The Mechanic is a remake of a ’70s Charles Bronson film, Jason Statham enough of a hard-edged bad ass to fill those shoes. Even Ben Foster is rightly placed as an apprentice to a clean working assassin.
Why then doesn’t it work? For one, it’s rather arid, attempting to develop character between the two leads who will inevitably end up in a specific situation because of a set up that couldn’t be more obvious. Not many people will attend a Statham piece for chit-chat, especially one casting him as a hired gun… like just about everything else he’s in.
There’s nothing wrong with falling into that typecast either, Statham gifted with the spirit, vigor, and the looks to be one of Hollywood’s current leading action men. Here, he’s simply plodding, and when the time comes to throw some punches, everything begins to slide downhill thanks to the chaotic editing.
Tone is bothersome too, The Mechanic having some fun with a contrivance about a car jacker, only to turn it around into an unfunny, dark, and even disturbing beat down. The viewer is then taken into the assassin life and plotting behind these kills, Foster’s character unraveling as he tracks down a detestable man with a passion for chihuahuas (amongst other things). The fight that follows is gory, yet cartoony, the combatants throwing themselves through more glass than any one home should contain.
We follow these two brute force killers into the attempted assassination of a televangelist, a sequence that means nothing, does nothing, and goes nowhere. The entire arrangement, followed from the beginning when the information is sent to them, to the set-up, and down to the kill itself, is meaningless. Nothing comes of it except an increased body count, and the need to explain away how no one saw a 20+ man shoot out in a hotel.
Maybe The Mechanic does redeem itself near the end, a hilariously over-the-top car chase concerning a garbage truck and a bus that makes Speed look passe. It feels a bit stunted though, restrictive possibly due to budget concerns. Sadly, the same can’t be said for this lag fest as a whole, where otherwise talented people are drug through the mud, sluggishly making their way to the energy blast that is the finale.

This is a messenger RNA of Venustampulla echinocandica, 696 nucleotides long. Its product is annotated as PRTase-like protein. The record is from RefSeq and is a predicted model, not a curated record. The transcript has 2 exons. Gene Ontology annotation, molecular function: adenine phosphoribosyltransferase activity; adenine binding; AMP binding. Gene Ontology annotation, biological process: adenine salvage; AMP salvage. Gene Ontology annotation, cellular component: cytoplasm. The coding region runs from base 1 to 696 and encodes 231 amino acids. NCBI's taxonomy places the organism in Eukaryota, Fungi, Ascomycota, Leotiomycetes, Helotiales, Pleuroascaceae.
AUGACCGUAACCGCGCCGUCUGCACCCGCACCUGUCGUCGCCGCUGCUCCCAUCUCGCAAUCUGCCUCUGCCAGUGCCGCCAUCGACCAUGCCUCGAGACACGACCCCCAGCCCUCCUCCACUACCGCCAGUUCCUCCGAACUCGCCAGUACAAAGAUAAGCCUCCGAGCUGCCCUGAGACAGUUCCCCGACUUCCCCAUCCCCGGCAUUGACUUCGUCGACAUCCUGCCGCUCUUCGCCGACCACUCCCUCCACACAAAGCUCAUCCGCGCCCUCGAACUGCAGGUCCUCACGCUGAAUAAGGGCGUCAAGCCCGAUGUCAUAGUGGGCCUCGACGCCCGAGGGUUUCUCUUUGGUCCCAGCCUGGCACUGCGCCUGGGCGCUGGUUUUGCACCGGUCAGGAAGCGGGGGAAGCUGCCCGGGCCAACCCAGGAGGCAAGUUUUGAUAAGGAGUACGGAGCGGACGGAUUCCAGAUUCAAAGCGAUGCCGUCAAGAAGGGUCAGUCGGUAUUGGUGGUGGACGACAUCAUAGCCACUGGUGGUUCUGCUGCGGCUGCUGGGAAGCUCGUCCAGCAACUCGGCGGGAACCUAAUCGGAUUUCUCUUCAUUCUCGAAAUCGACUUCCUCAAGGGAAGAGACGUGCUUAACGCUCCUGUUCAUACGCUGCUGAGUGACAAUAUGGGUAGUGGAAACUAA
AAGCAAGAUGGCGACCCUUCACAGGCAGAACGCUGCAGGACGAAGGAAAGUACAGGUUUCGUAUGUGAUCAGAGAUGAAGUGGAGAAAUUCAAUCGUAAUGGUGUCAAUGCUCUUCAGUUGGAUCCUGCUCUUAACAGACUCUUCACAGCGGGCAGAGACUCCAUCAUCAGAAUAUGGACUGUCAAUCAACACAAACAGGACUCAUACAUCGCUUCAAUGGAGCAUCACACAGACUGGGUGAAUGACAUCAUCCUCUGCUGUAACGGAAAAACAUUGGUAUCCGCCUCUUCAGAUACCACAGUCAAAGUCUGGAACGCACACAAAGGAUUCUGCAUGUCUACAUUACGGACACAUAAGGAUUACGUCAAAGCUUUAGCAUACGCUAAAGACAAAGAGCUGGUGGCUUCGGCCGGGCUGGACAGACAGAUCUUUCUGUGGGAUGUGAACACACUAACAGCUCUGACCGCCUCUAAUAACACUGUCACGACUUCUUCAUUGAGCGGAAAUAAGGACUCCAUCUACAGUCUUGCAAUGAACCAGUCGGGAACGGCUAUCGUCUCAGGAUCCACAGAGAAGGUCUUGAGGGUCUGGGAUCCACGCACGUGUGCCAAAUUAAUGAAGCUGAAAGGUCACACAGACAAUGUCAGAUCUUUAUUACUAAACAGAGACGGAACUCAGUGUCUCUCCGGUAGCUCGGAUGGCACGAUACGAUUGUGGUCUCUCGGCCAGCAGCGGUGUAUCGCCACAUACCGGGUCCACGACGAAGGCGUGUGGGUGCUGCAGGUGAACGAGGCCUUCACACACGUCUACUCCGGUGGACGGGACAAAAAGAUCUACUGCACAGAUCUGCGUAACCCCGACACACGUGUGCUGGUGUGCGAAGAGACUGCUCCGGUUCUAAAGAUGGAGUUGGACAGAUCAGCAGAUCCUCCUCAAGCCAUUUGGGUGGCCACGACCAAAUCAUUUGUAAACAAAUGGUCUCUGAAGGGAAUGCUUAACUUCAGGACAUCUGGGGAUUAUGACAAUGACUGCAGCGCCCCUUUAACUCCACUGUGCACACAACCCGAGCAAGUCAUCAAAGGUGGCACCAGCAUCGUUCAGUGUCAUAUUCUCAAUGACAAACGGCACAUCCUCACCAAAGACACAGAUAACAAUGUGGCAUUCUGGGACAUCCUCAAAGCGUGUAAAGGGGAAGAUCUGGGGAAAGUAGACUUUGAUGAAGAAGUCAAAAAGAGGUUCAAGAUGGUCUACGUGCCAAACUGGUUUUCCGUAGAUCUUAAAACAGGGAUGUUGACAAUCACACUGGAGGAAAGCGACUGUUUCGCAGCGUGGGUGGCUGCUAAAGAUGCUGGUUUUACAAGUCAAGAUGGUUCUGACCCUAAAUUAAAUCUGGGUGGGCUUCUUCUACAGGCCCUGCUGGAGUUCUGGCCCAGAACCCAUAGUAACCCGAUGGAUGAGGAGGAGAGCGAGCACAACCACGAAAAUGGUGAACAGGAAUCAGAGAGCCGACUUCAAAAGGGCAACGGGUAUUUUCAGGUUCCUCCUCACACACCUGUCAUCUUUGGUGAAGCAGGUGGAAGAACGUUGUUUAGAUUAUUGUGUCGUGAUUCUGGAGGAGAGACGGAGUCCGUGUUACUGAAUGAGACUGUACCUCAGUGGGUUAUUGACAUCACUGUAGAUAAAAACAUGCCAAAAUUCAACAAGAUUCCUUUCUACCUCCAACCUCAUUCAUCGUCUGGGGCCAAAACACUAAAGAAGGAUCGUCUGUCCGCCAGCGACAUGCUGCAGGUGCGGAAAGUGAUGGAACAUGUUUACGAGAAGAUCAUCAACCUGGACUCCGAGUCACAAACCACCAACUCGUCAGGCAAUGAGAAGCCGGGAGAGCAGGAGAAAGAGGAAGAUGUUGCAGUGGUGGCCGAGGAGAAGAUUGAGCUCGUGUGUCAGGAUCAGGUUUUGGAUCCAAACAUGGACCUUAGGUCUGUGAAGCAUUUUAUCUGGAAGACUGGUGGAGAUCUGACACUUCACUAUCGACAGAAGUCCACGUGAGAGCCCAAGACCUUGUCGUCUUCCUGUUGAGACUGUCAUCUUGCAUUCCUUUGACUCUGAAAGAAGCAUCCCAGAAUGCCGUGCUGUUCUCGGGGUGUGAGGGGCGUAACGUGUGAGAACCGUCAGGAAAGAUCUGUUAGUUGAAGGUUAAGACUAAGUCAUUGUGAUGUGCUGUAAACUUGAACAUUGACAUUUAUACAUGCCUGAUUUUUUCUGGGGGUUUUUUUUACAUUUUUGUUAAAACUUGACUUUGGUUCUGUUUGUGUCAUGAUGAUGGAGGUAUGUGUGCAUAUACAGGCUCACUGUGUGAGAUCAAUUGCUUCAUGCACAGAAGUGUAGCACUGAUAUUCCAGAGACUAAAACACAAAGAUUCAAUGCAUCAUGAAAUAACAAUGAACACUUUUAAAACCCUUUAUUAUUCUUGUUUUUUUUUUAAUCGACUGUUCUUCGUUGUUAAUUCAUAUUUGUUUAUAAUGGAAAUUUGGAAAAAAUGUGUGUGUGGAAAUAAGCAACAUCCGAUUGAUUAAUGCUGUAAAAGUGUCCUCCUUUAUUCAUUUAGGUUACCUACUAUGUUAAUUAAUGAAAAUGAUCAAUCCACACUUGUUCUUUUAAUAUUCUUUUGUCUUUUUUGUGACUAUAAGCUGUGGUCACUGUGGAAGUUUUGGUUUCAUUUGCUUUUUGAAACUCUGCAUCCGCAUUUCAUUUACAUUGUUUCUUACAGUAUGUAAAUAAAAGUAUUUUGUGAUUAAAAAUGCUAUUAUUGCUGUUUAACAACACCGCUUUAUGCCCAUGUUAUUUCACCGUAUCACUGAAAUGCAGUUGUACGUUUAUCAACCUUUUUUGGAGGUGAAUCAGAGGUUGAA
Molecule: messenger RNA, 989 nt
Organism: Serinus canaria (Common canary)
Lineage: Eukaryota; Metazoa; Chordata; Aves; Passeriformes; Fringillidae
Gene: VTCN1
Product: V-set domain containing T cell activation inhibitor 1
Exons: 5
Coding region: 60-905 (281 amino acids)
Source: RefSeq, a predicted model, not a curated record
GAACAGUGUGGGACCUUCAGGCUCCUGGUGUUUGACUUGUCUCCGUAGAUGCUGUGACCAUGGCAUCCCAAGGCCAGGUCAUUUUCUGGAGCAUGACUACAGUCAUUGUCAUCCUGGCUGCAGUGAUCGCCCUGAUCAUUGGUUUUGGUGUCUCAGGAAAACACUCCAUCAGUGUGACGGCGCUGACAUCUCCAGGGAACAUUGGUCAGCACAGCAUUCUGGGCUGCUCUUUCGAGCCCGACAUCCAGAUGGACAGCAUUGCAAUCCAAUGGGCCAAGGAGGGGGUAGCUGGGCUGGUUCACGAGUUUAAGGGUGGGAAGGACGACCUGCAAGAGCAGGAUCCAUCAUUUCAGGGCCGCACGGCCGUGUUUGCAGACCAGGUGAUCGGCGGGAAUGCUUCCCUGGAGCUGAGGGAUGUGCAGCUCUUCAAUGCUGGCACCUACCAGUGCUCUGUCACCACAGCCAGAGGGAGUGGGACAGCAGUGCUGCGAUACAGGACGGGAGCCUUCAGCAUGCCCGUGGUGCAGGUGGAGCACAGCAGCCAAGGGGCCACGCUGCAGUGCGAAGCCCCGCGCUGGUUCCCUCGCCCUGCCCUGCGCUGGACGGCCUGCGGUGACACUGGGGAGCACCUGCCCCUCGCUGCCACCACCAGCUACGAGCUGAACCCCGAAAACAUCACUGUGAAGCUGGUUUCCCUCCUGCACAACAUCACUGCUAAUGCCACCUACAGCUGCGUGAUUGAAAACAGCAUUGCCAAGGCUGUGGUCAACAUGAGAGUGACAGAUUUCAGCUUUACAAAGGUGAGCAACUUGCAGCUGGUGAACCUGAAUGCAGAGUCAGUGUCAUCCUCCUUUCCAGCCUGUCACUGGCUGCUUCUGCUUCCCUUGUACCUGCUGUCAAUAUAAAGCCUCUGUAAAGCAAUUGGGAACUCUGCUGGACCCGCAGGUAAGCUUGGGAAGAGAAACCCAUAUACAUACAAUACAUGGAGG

Shot with what appears to be a coarse film stock, a grain structure that this AVC encode from Sony doesn’t seem too appreciative of. Shots of the sky, solid colored walls, and a few other interiors reveal the grain a little too forcefully. Despite a relatively high bitrate, grain stops being grain and moves into a noisier territory with somewhat alarming regularity.
The Mechanic is also “gifted” a smothering warm, orange tint, the entire movie at times feeling monochromatic. A little teal will save the day, and disappointing those here for a little New Orleans sightseeing. Black levels rescue the depth from a pit of orange despair, occasionally looking for a reason to attack the shadow detail, but in general terms, staying under control. The contrast on the other hand is quite blistering, not in a sense that it whitewashes the image, but remains dominant even inside seedy bars. It’s a constant presence.
Otherwise, it’s easy to give this one a pass, a clean, clear, sharp presentation that only falters when the focus turns soft. An instance or two of smoothing remains quick to pass, close-ups generally firm in their level of outstanding definition. When the camera pulls back, it holds too, the mid-range just as well textured. Cities, homes, and offices produce superlative environmental detail, trees, bricks, and tiny windows at the top of a skyscraper impressively resolved. Fancy cars that remain a staple of Statham efforts are free of even minimal aliasing, and high contrast edges remain pure.
Let’s skip to the end of this one since that’s where the good stuff lies, a house going up in flames from a concentrated explosion that rattles your own home as well at it rattles the one in the film. If you were disappointed by an explosion or some gunfire earlier, this one totally absolves itself.
There’s certainly not a lack of bass here though, the minor length if epically scaled car chase just prior enough to bring the neighbors over to turn that racket down. The score is weighted with drums, some ominous, some meant to set a pace to the action. Either way, it’s guaranteed employment for the subwoofer.
The surrounds on the other hand… not so much. They struggle to remain activated, a shoot-out around 1:01:00 featuring plenty of glass shattering, and not much tracking overhead. A few gunshots are prioritized in the rears, the rest floundering around the fronts with only minor directionality. Of course, there’s again no shortage of low-end support, even a montage at 36-minutes producing some unmissable thumps in the sub. It’s shame the surrounds seem leery to jump into the fray sometimes.
A selection of five deleted scenes last about 11-minutes, followed by a general studio making-of featurette, Tools of the Trade. BD-Live and MovieIQ support remain.